There is a pressing need for GP’s, IAPT and counsellors to be seen to do something, but in all this haste, in the aftermath of a destabilising incident there had been no reliable definition of the problem. Further there was no recognition that typically those destabilised generally find that their own resources are, given time, sufficient to help them regain their balance.
In the event when I saw her 4 months post incident she simply needed CBT for a phobia about driving and travelling as a passenger.
Operating a Watch and Wait over the first 3 months would have resulted not only in a far better use of resources but also the development of a necessary therapeutic alliance. It also advances ‘Saving Normal’ the title of an excellent book by Allen Francis.

Watchful waiting is nothing to do with administering a PHQ-9 every month for 3 months and then concluding ‘something’ must be done if a high score is maintained or the score worsens. Rather it involves the careful tracking of a reliably identified disorder/difficulty.

Saving Normal, Candidates for CBT and Sean Bean

 

Tonight I am planning to watch another episode of the TV drama  ‘Broken’ starring Sean Bean as the central character. He plays Fr Michael who was sexually abused as a child by a priest and had a destructive late adolescence/early adulthood. Fr Michael has uncued flashbacks of the abuse, at times like consecrating the Eucharist. In the last episode he angrily confronted his abuser. But since becoming a priest Fr Michael has nobly served the severely disadvantaged. It was filmed at St Vincent’s, Church, Liverpool directly opposite where I work.  Should I nip across and offer EMDR /CBT?

Set for ‘Broken’

This fictional example echoes a real life conundrum for clinicians – a colleague of mine recently brought to my attention the case of a lady who had intrusive flashbacks of the aftermath of ECT and wondered whether she needed EMDR. By coincidence I had assessed the lady and knew that she was suffering neither from depression or PTSD and had functioned well for many years. She came to my colleagues attention because of some inherently stressful life events. My response was in the words of Allen Frances’ seminal work ‘Saving Normal’ published in 2013 by William Morrow we must not pathologise every uncomfortable memory, the acid test is whether it is directly causing significant functional impairment now.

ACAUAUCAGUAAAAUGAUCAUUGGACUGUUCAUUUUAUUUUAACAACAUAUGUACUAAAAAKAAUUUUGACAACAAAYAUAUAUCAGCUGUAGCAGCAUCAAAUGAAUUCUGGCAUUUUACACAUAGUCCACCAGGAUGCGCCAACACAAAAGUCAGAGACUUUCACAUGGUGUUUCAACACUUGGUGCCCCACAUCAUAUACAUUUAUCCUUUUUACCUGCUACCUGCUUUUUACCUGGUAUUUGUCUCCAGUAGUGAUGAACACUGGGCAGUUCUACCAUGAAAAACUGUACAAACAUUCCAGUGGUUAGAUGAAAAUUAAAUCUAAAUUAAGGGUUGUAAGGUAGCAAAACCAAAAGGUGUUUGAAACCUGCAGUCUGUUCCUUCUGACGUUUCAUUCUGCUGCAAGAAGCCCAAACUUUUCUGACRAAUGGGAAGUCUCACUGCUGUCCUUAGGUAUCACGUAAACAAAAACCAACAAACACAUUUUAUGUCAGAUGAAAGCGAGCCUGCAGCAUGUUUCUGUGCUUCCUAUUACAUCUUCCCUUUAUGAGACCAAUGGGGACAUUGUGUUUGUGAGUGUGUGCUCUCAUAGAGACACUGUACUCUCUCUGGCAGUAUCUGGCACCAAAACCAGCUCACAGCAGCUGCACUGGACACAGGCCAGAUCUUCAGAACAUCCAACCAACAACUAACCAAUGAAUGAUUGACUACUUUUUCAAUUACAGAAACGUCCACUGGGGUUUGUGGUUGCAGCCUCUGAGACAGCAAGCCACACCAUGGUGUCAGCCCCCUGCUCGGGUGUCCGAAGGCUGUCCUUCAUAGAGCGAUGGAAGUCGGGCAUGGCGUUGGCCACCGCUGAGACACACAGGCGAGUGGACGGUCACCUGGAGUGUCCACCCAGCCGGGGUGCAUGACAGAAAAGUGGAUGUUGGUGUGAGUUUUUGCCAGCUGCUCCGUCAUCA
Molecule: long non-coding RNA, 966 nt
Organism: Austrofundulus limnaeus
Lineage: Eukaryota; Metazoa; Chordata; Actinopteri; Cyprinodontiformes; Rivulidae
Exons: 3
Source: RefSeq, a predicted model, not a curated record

In a similar vein I remember seeing a lady some time ago who had undergone prolonged sexual abuse as a child, she had been referred to a number of therapists over the years and they had all wanted to focus on the abuse. She protested that the abuse did not get in the way she was simply anxious about everything. When I saw her I found she was just suffering from generalised anxiety disorder, nothing more nothing less. I treated her with a standard protocol for GAD and she recovered.

I think the answer to all of this is “If it is not ‘Broken’ don’t fix it”, I’m off to watch the TV.

Dr Mike Scott